What Will I Discover?

by Tanya Lloyd Kyi (Author) Rachel Qiuqi (Illustrator)

Reading Level: K − 1st Grade

Kids 3 to 6 will be inspired to ask their own big questions after reading about the mysteries that scientists have yet to discover.

This celebration of curiosity is an excellent resource for fostering an interest in STEM.

Sometimes, it seems as if scientists know everything about the world. They’ve recorded the songs of humpback whales, dug up the bones of dinosaurs, and even tracked the storms of Jupiter. But the young scientist in this charming picture book knows there’s so much more to explore, like the answers to questions such as:

  • Do different trees speak different languages to one another through their tangled rainforest roots?
  • Do faraway suns have planets like ours, with air and oceans and land?
  • How do ideas pop into our heads, and where do our questions come from?


What Will I Discover? is an inspiring exploration of curiosity and scientific discovery―and all the great mysteries just waiting for an answer.

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Kirkus Reviews

Celebrating intellectual curiosity, this book invites young readers to quest for answers.


Science begins with questions, and this thought-provoking STEAM title offers an invitation to dream and discover.

School Library Journal

PreS-Gr 1--This concept book about scientific inquiry falls short. The musing, daydream quality of the first half never quite comes together with the second half. A very young fair-skinned child states 10 science-based facts about the physical world, covering animals, climate, plants, prehistory, and space. In the second half of the book, this same child posits their own questions they believe no one has yet to answer. The questions mirror the general categories of the first half. The story ends with the child falling asleep declaring their nightly question: "What will I discover?" Very young scientists might find the book's questions compelling. Other children may not be so intrigued about such topics as "How do trees learn to talk to one another?" The illustrations complement the gentle text with rich colors and details. The child appears as an observer in many of them. The book ends with a challenge to find 10 pictures throughout the pages with little connection to scientific inquiry. STEAM is briefly explained with a final call for curious children to help answer more scientific questions. VERDICT A narrow audience might enjoy this call to scientific curiosity.--Elisabeth LeBris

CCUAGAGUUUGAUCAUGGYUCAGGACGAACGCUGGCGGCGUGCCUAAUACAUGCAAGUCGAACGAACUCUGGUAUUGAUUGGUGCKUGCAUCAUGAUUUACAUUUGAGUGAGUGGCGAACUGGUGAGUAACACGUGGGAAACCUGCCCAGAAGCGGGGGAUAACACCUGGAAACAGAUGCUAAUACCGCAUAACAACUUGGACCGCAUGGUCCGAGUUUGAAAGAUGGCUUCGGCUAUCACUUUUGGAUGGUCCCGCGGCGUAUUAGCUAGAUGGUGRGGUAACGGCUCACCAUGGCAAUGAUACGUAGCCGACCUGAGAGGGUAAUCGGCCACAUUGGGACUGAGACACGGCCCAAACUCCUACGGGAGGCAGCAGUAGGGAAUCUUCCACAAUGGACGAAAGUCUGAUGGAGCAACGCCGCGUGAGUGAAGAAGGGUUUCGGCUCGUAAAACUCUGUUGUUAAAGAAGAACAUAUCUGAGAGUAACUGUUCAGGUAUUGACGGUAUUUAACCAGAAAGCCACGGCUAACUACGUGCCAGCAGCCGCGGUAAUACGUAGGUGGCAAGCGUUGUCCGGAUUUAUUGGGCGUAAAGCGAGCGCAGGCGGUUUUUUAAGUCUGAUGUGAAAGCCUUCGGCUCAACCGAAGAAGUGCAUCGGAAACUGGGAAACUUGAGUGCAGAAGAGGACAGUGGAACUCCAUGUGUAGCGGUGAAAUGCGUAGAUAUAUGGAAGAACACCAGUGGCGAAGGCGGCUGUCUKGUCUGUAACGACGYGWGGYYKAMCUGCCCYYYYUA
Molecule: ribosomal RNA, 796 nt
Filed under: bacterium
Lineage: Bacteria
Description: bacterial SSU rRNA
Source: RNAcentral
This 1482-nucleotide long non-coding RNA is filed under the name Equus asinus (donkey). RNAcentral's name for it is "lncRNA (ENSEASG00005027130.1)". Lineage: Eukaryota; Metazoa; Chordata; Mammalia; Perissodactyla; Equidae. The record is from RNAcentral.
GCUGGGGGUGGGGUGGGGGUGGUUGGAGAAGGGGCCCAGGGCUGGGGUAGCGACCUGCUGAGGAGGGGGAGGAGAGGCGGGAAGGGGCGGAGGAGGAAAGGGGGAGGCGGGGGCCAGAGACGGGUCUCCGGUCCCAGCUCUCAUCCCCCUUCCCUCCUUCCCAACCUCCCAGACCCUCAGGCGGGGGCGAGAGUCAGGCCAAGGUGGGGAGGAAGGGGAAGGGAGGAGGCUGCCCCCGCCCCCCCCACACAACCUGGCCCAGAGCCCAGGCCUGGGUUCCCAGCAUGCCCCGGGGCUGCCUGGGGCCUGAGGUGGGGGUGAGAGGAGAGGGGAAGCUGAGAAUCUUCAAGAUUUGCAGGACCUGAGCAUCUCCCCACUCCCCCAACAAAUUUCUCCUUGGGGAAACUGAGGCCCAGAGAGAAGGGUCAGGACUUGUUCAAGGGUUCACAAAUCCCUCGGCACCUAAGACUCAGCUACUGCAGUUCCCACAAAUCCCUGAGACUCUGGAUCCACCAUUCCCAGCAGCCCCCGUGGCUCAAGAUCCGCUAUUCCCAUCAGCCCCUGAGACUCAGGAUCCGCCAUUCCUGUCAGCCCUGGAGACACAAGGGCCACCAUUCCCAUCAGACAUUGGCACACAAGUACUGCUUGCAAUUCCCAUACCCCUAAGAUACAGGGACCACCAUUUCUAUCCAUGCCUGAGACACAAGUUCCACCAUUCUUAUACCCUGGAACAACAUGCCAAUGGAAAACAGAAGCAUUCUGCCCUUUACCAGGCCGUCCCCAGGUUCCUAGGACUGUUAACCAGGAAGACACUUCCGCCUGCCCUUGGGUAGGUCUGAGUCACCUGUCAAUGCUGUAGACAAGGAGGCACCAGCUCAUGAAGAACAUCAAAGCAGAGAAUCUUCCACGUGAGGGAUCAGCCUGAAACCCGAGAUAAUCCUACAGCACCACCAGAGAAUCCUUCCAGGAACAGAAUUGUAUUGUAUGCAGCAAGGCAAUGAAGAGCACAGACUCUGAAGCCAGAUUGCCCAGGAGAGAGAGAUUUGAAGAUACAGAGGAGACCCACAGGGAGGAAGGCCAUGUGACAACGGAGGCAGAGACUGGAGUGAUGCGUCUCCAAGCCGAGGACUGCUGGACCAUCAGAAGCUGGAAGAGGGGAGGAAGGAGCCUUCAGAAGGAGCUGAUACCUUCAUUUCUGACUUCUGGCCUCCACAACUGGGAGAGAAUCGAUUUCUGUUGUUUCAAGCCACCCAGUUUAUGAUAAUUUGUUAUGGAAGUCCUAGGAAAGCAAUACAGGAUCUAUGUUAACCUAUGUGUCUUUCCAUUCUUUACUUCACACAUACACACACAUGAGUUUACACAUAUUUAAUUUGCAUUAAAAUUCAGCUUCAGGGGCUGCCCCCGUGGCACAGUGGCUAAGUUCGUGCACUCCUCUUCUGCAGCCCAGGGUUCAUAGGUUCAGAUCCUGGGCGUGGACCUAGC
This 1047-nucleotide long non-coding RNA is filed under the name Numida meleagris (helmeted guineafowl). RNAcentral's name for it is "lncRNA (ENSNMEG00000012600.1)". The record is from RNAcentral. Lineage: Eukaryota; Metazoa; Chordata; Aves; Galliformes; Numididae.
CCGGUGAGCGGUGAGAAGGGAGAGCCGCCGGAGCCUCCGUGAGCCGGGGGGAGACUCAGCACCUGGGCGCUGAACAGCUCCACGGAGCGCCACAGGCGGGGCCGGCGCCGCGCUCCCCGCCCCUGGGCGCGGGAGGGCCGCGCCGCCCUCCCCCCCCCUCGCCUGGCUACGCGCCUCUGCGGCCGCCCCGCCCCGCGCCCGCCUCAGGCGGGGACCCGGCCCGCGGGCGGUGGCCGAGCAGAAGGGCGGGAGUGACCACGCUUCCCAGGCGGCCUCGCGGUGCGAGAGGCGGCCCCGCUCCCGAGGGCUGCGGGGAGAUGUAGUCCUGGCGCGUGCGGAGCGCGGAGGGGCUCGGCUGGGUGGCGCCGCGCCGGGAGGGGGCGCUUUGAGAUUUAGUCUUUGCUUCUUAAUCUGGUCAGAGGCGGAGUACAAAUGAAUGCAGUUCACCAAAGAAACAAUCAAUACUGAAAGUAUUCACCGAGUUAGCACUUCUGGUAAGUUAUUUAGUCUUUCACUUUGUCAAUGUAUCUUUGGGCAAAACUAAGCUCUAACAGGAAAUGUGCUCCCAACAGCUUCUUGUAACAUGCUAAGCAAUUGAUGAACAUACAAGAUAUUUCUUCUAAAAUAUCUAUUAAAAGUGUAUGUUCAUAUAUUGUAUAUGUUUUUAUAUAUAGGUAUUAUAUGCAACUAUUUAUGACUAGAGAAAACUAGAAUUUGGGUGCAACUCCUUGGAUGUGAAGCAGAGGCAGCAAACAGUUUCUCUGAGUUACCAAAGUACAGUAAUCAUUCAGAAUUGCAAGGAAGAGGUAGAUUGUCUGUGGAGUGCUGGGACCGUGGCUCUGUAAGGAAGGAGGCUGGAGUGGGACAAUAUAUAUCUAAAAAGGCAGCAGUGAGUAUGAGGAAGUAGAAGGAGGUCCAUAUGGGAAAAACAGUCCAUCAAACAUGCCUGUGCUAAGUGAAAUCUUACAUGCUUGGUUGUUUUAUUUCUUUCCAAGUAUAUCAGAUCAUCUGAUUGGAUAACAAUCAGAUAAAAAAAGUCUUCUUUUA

Copyright 2023 School Library Journal, LLC Used with permission.

Review quotes

Praise for This is Your Brain on Stereotypes by Tanya Lloyd Kyi, illustrated by Drew Shannon

A must-read primer for change.
―STARRED Kirkus Reviews

Alongside Drew Shannon's colourful illustrations [Lloyd Kyi] encapsulates key sociological and scientific research on racism and stereotyping.
New York Times

A worthwhile purchase ... that will help readers recognize, understand, and eradicate stereotypes.
―School Library Journal
Tanya Lloyd Kyi

Tanya Lloyd Kyi is the author of more than 30 books for children and young adults. She's curious about everything from penguins to popcorn, and she has more questions about the world than any scientist could answer. Tanya's most recent books include Our Green City, Better Connected (written with her daughter, Julia Kyi), and The Best Way to Get Your Way. Tanya teaches for the University of British Columbia's School of Creative Writing.

Rachel Qiuqi is an illustrator and author passionate about storytelling for children. She started drawing when she was little and has been drawing with the same naïveté to this day. Her delightful work is not only inspiring for kids, but also grown-ups too.

Lexile Measure
Guided Reading Level
Greystone Kids
Publication date
May 09, 2023
BISAC categories
JUV029000 - Juvenile Fiction | Nature & the Natural World | General
JUV006000 - Juvenile Fiction | Business, Careers, Occupations
Library of Congress categories

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